In top level professional Elite Sports if a player can improve by as little as 1% they can earn many millions of dollars in extra prize money
In the last post I spoke of changing our thinking and approach to moving in Wing Chun, and how if we can connect to other skills from other places, such as sports, then we can dramatically increase our rate of improvement.
Previously I focused on throwing skills and how they relate and can improve our understanding and application of Biu Gee, today I want to revisit how Ice Hockey and Speed Skating can improve our understanding and application of Chum Kiu.
But firstly we need to accept that there is no internal power in Wing Chun, as hopeful and tempting as that may be, standing still moving our arms will give us nothing we were not born with, everything is physical, in fact everything is Physics.
I occasionally get outside students from other schools or friends of friends coming to see me to help them with Chum Kiu.
I ask them to show me what they know and then apply resistance against their movement, in fairness if they knew what to do properly they would not be seeing me so to be expected they fail to move correctly.
I ask them “where are you moving from”?
The most common answer is “my centre”.
This is wrong.
All movement comes from the ground, not the hips, not the centre, these are the initiators of the force but not where we are moving from, this is a subtle but enormous difference, once we understand this we can begin to understand the fundamental aspects of Chum Kiu.
Straight off the bat we can explore this with an office chair.
It is the interaction with the ground that makes all movement, when the waist turns it creates torsion that is transferred into movement.
Without that connection to the ground all we can do is wiggle our butt.
It is the torsion in the leg that creates the down force that coupled with dropping the weight creates instant movement as soon as we remove any brakes we may of put in place, such as our other leg, a common error made by students that think the Y.C.K.Y.M. is an actual working stance.
The Y.C.K.Y.M. introduces us to the idea of torsion, allows us to experience it, feel it, trust it, to get what I mean think of it as being two rear legs in Chum Kiu being trained at the same time, which of course is what it is.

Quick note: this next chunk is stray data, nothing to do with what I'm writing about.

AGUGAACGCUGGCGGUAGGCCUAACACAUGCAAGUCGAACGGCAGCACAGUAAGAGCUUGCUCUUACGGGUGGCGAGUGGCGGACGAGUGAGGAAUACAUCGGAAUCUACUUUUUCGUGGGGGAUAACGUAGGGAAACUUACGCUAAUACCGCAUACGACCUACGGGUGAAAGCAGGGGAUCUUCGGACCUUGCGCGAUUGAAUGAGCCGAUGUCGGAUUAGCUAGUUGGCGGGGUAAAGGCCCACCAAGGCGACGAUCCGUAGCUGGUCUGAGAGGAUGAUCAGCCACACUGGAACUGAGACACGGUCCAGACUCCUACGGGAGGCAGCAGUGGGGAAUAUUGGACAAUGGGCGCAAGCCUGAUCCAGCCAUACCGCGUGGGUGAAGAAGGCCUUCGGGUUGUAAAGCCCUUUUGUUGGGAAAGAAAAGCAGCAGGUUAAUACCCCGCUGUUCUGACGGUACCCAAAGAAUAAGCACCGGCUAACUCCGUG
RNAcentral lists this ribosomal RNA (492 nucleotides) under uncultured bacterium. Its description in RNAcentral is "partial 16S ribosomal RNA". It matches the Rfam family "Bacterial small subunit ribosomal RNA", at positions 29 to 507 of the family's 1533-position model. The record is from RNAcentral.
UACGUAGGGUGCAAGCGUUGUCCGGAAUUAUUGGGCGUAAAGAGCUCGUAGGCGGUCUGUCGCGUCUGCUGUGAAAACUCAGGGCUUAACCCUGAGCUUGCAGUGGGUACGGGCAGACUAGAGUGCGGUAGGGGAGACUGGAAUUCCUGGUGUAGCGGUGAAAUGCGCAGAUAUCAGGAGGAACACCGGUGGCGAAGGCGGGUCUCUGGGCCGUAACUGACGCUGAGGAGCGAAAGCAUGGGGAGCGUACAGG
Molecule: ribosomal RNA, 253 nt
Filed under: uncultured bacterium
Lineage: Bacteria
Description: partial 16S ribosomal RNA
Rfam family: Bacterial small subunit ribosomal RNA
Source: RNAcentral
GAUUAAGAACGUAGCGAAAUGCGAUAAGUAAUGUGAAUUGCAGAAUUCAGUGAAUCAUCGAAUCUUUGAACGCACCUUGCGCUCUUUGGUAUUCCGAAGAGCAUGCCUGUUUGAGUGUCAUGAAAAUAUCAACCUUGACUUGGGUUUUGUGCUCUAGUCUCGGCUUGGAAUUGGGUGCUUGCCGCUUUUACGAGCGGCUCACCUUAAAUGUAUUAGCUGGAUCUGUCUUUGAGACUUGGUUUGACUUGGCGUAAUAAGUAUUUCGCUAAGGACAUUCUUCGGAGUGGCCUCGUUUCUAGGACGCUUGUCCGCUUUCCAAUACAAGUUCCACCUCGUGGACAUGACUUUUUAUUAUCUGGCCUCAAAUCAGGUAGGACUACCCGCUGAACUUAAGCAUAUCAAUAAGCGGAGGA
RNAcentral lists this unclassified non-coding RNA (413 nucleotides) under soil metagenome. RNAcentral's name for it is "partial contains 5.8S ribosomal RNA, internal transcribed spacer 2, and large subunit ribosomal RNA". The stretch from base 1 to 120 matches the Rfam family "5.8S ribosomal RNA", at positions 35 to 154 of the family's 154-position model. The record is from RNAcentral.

The torsion in the leg can be created in numerous ways, but the most effective for dynamic application, and the most natural is by turning the chest.
If we understand Core Winding and allow the upper body separation that we can learn from Biu Gee the act of turning the chest creates torsion with the waist and passes it down the kinetic chain via weight dispersion into the foot, then the ground, Newtons third law then turns this into movement.
When I was a nipper and learning the fundamentals of Skating for Ice Hokey the coach would say when you turn you go top down, turn with your head not your feet, this is the same thing, the head turns the Chest and so on down to the feet, the legs and feet themselves do nothing except keep us upright.
When we do Chum Kiu in the training hall we can get many things wrong and never really notice, on the ice even the smallest errors in balance, weight dispersal, weight shifting and postural alignment can and usually do result in kissing the ice.
An error many students that spend too much time in the Y.C.K.Y.M frequently make is trying to keep the feet flat on the ground, this interferes with the alignment of the reaction force from the planet, in our everyday life when we walk there is a certain amount of natural pronation that occurs, we really must free up the ankles to allow natural pronation to occur where and when it is needed, we do not deliberately pronate the foot, but neither do we prevent it from happening.
Allowing the natural weight shift to pronate my foot, even if I just lean into it creates and action that pushes the floor, the resulting reaction moves me forwards, if I use torsion to pronate it has the effect of magnifying that action / reaction.
The big difference between being on the ice and being in the training hall is all about traction, in the training hall our feet create traction with the floor that prevent us from realising we are minimally out of balance and alignment, or that we are building negative or at least contrary tension or torsion in our body, on the ice the traction is so slight that these negatives instantly effect our direction and stability. Having even just a slight understanding of what it takes to be balanced on a slippery surface is a huge advantage on a sound surface.
In top level professional Elite Sports if a player can improve by as little as 1% they can earn many millions of dollars in extra prize money, it makes sense to cross reference everything we think we know against modern sports science.
TRAIN YOUR WEAKNESS, WORK TO YOUR STRENGTH.